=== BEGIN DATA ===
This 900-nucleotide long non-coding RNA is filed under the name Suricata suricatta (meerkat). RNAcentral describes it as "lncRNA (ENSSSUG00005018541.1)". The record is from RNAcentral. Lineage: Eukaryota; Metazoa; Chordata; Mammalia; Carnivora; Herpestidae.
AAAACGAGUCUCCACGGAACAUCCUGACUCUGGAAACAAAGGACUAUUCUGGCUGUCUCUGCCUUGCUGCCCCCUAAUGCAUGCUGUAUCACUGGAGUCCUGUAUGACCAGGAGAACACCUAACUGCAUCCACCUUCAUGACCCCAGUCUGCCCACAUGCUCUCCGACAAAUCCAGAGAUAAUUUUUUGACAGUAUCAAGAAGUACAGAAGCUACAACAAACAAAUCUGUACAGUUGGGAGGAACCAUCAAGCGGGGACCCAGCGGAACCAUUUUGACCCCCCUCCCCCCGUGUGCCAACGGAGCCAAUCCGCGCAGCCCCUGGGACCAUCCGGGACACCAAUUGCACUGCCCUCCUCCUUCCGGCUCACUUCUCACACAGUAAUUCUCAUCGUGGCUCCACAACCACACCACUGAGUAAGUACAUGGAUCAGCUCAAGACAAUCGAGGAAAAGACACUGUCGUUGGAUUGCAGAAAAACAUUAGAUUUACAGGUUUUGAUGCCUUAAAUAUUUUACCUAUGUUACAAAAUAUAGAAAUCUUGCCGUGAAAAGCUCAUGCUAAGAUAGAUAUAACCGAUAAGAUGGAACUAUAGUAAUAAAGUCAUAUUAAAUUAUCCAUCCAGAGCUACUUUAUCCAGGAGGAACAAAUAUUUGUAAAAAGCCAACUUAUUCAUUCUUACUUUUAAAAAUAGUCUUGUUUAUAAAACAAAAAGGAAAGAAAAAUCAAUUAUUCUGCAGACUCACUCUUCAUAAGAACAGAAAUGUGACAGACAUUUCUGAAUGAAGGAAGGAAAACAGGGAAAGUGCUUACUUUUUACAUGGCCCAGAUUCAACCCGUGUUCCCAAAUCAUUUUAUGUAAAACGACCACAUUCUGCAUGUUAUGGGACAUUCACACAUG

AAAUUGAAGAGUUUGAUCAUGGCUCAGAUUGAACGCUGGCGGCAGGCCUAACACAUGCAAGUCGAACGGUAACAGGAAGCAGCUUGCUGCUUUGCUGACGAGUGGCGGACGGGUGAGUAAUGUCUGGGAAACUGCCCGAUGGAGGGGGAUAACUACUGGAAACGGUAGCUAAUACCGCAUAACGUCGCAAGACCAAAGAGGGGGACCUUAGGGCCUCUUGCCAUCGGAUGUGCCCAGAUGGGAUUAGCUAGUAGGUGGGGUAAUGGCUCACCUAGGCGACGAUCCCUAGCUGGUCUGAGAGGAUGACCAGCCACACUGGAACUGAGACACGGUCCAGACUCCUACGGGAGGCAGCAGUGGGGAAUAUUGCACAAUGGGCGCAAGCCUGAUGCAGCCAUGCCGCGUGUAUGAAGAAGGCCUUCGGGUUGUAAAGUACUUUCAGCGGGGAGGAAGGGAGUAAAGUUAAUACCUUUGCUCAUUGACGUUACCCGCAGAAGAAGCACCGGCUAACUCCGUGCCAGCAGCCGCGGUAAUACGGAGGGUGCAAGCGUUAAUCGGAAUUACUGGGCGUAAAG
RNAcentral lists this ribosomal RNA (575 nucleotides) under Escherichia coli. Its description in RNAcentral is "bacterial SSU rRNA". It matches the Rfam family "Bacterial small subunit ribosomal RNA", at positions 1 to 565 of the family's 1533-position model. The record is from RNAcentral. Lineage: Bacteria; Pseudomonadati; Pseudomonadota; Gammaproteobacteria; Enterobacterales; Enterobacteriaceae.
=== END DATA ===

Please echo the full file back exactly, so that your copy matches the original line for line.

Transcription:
This 900-nucleotide long non-coding RNA is filed under the name Suricata suricatta (meerkat). RNAcentral describes it as "lncRNA (ENSSSUG00005018541.1)". The record is from RNAcentral. Lineage: Eukaryota; Metazoa; Chordata; Mammalia; Carnivora; Herpestidae.
AAAACGAGUCUCCACGGAACAUCCUGACUCUGGAAACAAAGGACUAUUCUGGCUGUCUCUGCCUUGCUGCCCCCUAAUGCAUGCUGUAUCACUGGAGUCCUGUAUGACCAGGAGAACACCUAACUGCAUCCACCUUCAUGACCCCAGUCUGCCCACAUGCUCUCCGACAAAUCCAGAGAUAAUUUUUUGACAGUAUCAAGAAGUACAGAAGCUACAACAAACAAAUCUGUACAGUUGGGAGGAACCAUCAAGCGGGGACCCAGCGGAACCAUUUUGACCCCCCUCCCCCCGUGUGCCAACGGAGCCAAUCCGCGCAGCCCCUGGGACCAUCCGGGACACCAAUUGCACUGCCCUCCUCCUUCCGGCUCACUUCUCACACAGUAAUUCUCAUCGUGGCUCCACAACCACACCACUGAGUAAGUACAUGGAUCAGCUCAAGACAAUCGAGGAAAAGACACUGUCGUUGGAUUGCAGAAAAACAUUAGAUUUACAGGUUUUGAUGCCUUAAAUAUUUUACCUAUGUUACAAAAUAUAGAAAUCUUGCCGUGAAAAGCUCAUGCUAAGAUAGAUAUAACCGAUAAGAUGGAACUAUAGUAAUAAAGUCAUAUUAAAUUAUCCAUCCAGAGCUACUUUAUCCAGGAGGAACAAAUAUUUGUAAAAAGCCAACUUAUUCAUUCUUACUUUUAAAAAUAGUCUUGUUUAUAAAACAAAAAGGAAAGAAAAAUCAAUUAUUCUGCAGACUCACUCUUCAUAAGAACAGAAAUGUGACAGACAUUUCUGAAUGAAGGAAGGAAAACAGGGAAAGUGCUUACUUUUUACAUGGCCCAGAUUCAACCCGUGUUCCCAAAUCAUUUUAUGUAAAACGACCACAUUCUGCAUGUUAUGGGACAUUCACACAUG

AAAUUGAAGAGUUUGAUCAUGGCUCAGAUUGAACGCUGGCGGCAGGCCUAACACAUGCAAGUCGAACGGUAACAGGAAGCAGCUUGCUGCUUUGCUGACGAGUGGCGGACGGGUGAGUAAUGUCUGGGAAACUGCCCGAUGGAGGGGGAUAACUACUGGAAACGGUAGCUAAUACCGCAUAACGUCGCAAGACCAAAGAGGGGGACCUUAGGGCCUCUUGCCAUCGGAUGUGCCCAGAUGGGAUUAGCUAGUAGGUGGGGUAAUGGCUCACCUAGGCGACGAUCCCUAGCUGGUCUGAGAGGAUGACCAGCCACACUGGAACUGAGACACGGUCCAGACUCCUACGGGAGGCAGCAGUGGGGAAUAUUGCACAAUGGGCGCAAGCCUGAUGCAGCCAUGCCGCGUGUAUGAAGAAGGCCUUCGGGUUGUAAAGUACUUUCAGCGGGGAGGAAGGGAGUAAAGUUAAUACCUUUGCUCAUUGACGUUACCCGCAGAAGAAGCACCGGCUAACUCCGUGCCAGCAGCCGCGGUAAUACGGAGGGUGCAAGCGUUAAUCGGAAUUACUGGGCGUAAAG
RNAcentral lists this ribosomal RNA (575 nucleotides) under Escherichia coli. Its description in RNAcentral is "bacterial SSU rRNA". It matches the Rfam family "Bacterial small subunit ribosomal RNA", at positions 1 to 565 of the family's 1533-position model. The record is from RNAcentral. Lineage: Bacteria; Pseudomonadati; Pseudomonadota; Gammaproteobacteria; Enterobacterales; Enterobacteriaceae.